Can apparel manufacturing be less damaging to the environment?
I’ve written a lot about just how badly fashion (apparel) pollutes our planet. But there are those in the industry making tremendous strides in mitigating – if not reversing that damage.
Rare & Fair is a “boutique slow fashion brand promoting handmade clothes and accessories by artisans using natural, sustainable materials.” In this post, I particularly wanted to share how they take into consideration not only the chemical and industrial pollution caused by fast fashion, but also a holistic understanding of how fast fashion affects the community.”
As of today, it is common knowledge that the fashion industry is having a detrimental impact on the environment – with water contamination, waste, and carbon pollution at an all time high, it’s clear that something needs to change.
What you may not be aware of is the effects that fast fashion has on people, specifically garment workers and their families.
You can read the entire post here.
The Sweden-based retailer is about to start giving consumers at its Stockholm store the option to turn in used garments
that it will then transform into one of three different clothing items.
Once the program begins Monday, customers will be able to bring in a garment they don’t want, which will be cleaned and put into a machine called Looop. The machine will disassemble it, shredding it into fibers that are then used to create new clothing.
The effort comes amid arising volume of global clothing waste
, and growing concern over fast fashion’s contribution to it.
The company said the recycling process, which can handle more than one garment at a time, doesn’t use water or chemicals and sometimes might need “sustainably sourced” raw materials added in, but it hopes to make “this share as small as possible.”
The entire process takes about five hours and is visible to shoppers
Similarly, customers can drop off used clothing, footwear and accessories in more than 1,300 Zara stores. Last year, Zara announced
that all of the cotton, linen and polyester used by the company will be organic, sustainably sourced or recycled by 2025.
“One of the biggest drivers of clothing over consumption are fast fashion sellers,” said Deborah Drew, analyst and social impact lead with the global research non-profit World Resources Institute. “Large companies like H&M and Zara can have a really big, transformational impact on the industry and on consumers if they lead the way in facilitating change.”
Read the full article here.
The first wave of ecommerce businesses had at their core a utopian belief that they would do no harm, they would save the Earth, they would benefit everyone and they would, accordingly, usher in a new, socially responsible corporate culture.
Didn’t quite work out that way. I don’t doubt that Brin, Bezos, Jobs et. al. had good intentions. The astounding success of their businesses (and the Internet as a whole) has created some problems for the entire planet.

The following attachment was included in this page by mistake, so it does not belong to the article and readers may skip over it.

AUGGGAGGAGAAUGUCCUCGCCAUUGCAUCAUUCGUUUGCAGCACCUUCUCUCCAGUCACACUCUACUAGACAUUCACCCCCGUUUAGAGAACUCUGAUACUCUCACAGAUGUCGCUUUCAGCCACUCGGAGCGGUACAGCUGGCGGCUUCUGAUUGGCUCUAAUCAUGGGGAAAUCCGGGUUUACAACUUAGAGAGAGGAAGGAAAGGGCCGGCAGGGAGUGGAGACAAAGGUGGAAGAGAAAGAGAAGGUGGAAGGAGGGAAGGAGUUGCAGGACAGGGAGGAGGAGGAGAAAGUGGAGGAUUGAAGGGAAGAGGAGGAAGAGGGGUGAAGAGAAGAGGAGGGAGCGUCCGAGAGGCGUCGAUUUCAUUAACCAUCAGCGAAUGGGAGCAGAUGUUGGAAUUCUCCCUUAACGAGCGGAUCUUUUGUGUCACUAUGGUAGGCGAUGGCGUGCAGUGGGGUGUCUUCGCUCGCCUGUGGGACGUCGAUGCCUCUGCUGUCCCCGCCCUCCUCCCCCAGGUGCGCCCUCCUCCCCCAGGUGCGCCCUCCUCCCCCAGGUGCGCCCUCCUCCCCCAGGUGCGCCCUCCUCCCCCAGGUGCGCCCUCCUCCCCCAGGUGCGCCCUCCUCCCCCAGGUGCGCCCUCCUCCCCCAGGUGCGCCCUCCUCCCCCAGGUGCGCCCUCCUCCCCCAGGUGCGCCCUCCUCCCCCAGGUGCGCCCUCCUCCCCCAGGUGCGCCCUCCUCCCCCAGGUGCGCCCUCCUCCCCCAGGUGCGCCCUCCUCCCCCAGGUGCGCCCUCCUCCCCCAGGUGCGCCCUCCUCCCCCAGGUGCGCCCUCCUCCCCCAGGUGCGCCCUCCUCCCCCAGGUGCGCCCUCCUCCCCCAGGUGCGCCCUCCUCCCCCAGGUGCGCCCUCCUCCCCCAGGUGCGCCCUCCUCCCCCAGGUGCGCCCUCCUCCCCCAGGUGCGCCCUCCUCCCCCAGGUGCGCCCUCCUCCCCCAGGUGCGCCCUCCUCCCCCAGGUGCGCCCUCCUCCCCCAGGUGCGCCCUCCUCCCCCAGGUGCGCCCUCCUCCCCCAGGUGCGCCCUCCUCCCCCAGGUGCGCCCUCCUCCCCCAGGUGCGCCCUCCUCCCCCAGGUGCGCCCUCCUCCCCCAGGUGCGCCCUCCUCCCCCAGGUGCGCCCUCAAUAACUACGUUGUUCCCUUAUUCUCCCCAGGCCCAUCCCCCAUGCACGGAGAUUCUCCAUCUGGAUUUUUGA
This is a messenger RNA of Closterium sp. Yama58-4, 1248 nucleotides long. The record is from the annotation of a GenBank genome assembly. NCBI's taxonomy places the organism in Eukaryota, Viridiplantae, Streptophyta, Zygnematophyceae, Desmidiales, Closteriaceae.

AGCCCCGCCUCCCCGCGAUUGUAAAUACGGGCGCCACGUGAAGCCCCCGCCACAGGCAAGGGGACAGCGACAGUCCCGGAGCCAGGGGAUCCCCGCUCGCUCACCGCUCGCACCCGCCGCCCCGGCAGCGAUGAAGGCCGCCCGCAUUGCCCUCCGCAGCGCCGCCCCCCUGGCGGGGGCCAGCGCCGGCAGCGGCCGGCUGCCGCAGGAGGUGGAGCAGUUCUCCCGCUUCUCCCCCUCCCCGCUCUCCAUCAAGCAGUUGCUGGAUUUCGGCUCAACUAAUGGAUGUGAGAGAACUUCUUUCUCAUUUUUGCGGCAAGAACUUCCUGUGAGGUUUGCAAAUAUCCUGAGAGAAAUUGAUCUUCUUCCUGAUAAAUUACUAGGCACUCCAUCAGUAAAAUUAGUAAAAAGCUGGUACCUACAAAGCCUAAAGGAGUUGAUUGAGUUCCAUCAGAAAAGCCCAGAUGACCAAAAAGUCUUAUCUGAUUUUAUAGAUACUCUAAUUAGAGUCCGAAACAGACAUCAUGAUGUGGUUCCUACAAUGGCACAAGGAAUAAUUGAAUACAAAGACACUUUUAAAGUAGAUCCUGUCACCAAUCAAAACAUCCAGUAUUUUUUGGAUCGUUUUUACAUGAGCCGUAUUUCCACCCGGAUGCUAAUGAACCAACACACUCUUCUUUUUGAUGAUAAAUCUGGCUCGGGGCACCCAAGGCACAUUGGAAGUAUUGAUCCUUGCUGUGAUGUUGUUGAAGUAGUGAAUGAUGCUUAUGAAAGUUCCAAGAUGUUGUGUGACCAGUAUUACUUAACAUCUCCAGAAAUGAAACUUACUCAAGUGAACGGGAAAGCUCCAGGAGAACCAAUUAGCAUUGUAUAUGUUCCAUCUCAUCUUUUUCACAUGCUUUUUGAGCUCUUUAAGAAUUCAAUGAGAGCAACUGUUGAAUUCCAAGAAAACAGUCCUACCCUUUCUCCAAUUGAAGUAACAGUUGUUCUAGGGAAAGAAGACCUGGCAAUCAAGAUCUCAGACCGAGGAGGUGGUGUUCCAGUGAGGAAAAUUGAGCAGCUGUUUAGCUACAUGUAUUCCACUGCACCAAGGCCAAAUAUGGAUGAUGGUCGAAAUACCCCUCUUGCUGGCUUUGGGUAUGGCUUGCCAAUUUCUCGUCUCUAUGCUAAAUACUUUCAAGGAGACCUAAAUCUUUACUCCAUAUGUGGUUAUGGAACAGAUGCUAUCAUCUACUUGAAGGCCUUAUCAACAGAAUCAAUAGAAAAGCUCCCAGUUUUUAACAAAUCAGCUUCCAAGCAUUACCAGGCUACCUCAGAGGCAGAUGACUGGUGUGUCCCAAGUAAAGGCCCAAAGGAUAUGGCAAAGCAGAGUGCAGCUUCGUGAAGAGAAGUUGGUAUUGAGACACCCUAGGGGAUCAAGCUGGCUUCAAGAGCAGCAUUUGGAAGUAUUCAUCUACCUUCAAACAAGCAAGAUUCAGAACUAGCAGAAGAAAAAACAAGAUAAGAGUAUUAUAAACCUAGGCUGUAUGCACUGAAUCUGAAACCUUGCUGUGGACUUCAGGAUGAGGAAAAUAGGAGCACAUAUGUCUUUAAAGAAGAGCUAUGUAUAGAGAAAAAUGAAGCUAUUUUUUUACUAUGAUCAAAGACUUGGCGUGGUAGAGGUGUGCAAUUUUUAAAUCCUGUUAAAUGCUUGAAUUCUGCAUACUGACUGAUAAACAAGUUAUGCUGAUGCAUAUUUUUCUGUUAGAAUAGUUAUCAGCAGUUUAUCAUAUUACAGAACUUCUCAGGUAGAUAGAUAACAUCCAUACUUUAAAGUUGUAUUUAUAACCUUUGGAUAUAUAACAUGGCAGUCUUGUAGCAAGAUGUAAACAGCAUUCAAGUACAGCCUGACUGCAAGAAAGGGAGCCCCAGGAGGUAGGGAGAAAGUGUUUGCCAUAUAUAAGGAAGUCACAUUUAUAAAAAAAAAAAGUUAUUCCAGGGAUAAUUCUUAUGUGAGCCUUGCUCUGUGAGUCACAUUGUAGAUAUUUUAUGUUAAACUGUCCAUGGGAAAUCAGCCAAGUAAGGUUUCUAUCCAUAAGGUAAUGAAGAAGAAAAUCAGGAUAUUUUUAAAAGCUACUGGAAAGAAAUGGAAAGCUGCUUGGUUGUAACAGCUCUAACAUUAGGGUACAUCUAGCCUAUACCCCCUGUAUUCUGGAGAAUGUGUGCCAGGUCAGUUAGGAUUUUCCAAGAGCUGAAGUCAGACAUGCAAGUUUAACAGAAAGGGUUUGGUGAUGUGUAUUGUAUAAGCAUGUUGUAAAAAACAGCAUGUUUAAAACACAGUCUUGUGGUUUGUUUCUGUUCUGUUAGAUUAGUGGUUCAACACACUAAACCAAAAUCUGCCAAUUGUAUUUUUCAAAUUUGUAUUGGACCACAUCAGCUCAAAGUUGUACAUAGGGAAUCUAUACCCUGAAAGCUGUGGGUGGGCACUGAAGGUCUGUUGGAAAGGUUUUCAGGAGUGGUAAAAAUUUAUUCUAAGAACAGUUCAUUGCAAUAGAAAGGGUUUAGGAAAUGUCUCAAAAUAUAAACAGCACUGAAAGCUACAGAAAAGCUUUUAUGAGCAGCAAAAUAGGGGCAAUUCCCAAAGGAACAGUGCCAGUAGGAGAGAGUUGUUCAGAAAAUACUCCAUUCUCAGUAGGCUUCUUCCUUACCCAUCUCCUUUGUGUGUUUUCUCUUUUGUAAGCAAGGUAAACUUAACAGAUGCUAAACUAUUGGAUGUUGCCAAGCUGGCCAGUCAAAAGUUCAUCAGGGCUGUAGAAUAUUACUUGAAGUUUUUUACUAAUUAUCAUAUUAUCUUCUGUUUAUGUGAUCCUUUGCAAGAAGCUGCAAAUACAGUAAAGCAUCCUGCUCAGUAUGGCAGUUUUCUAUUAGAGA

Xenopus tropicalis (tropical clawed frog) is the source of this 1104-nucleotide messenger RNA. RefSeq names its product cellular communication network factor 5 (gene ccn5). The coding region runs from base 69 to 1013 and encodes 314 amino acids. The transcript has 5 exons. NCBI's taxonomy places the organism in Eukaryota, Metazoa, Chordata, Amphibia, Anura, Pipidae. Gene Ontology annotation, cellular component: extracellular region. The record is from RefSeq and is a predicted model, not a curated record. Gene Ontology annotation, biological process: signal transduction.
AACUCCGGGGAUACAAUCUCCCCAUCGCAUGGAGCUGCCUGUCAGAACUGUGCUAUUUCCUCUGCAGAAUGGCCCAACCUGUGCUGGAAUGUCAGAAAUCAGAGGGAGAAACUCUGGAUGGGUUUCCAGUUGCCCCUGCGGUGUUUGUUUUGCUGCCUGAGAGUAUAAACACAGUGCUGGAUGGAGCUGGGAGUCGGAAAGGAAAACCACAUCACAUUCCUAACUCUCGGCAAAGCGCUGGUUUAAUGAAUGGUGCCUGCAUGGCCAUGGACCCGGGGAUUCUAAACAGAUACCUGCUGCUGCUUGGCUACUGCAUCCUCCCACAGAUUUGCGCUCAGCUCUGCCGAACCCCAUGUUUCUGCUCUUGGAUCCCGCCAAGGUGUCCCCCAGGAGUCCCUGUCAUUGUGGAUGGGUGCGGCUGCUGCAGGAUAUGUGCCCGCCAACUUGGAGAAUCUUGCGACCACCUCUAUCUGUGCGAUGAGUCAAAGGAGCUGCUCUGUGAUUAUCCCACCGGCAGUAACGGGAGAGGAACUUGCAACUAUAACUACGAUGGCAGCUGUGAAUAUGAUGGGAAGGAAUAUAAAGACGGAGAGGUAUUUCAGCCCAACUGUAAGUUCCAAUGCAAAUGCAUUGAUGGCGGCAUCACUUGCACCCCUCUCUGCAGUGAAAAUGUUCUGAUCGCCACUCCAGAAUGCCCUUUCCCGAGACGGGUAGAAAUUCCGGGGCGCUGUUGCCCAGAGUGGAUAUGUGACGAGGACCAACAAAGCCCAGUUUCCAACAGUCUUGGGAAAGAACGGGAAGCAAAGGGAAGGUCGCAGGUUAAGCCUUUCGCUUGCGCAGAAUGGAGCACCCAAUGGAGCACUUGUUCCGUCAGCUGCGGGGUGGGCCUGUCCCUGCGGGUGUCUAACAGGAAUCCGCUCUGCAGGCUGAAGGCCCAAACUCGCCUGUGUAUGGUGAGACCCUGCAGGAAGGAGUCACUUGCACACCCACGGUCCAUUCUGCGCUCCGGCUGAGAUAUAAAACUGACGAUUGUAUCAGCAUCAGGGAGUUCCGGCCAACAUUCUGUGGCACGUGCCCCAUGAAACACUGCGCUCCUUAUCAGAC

The packaging that your iPhone, Amazon Echo Dot and the like is big business. According to a report by BusinessWire, it will be worth about $148 billion by 2024 with year-over-year growth of 3.0%. Not bad.
Nearly $150Bn worth of packaging means we have a lot of recycling to do. But recycling is not, and has never been, easy. The recent switch to polymer bags by Amazon is to be lauded. But, and it’s a heavy but. The new packaging jams up existing recycling machinery. Further, the simple act of affixing a paper label to an otherwise-recyclable plastic mailer renders it un-recyclable.
Plastic is so cheap and enduring that many companies use it for packaging. But consumers are prone to put plastic sacks into recycling bins. Plastic mailers escape the notice of sorting machines and get into bales of paper bound for recycling, contaminating entire bundles, outweighing the positive effect of reducing bulky cardboard shipments, experts say. Paper bundles used to fetch a high price on international markets and had long sustained profits in the recycling industry. But mixed bales are so hard to sell — because of stricter laws in China, where many are sent for recycling — that many West Coast recycling companies must trash them instead. (Packaging is just one source of plastics contamination of paper bales bound for recycling.)
“As packaging gets more complex and lighter, we have to process more material at slower speeds to produce the same output. Are the margins enough? The answer today is no,” said Pete Keller, vice president of recycling for Republic Services, one of the largest U.S. waste haulers. “It’s labor- and maintenance-intensive and frankly expensive to deal with on a daily basis.”— Washington Post
The solution? Yeesh. Not an easy answer. Amazon is forced by some countries to pay for its contribution to ecological contamination, such as in Canada. This doesn’t apply to the US and it’s unlikely to happen under the current Trump administration. Perhaps Amazon’s (and other mega-ecommerce retailers) can explore an interesting option:
“They could do a reverse distribution, taking materials back to their distributions system. Those collection points become very important to make it convenient for consumers,” said Scott Cassel, chief executive of the Product Stewardship Institute, a membership-based nonprofit focused on reducing the environmental impact of consumer products. “But it would cost them money.”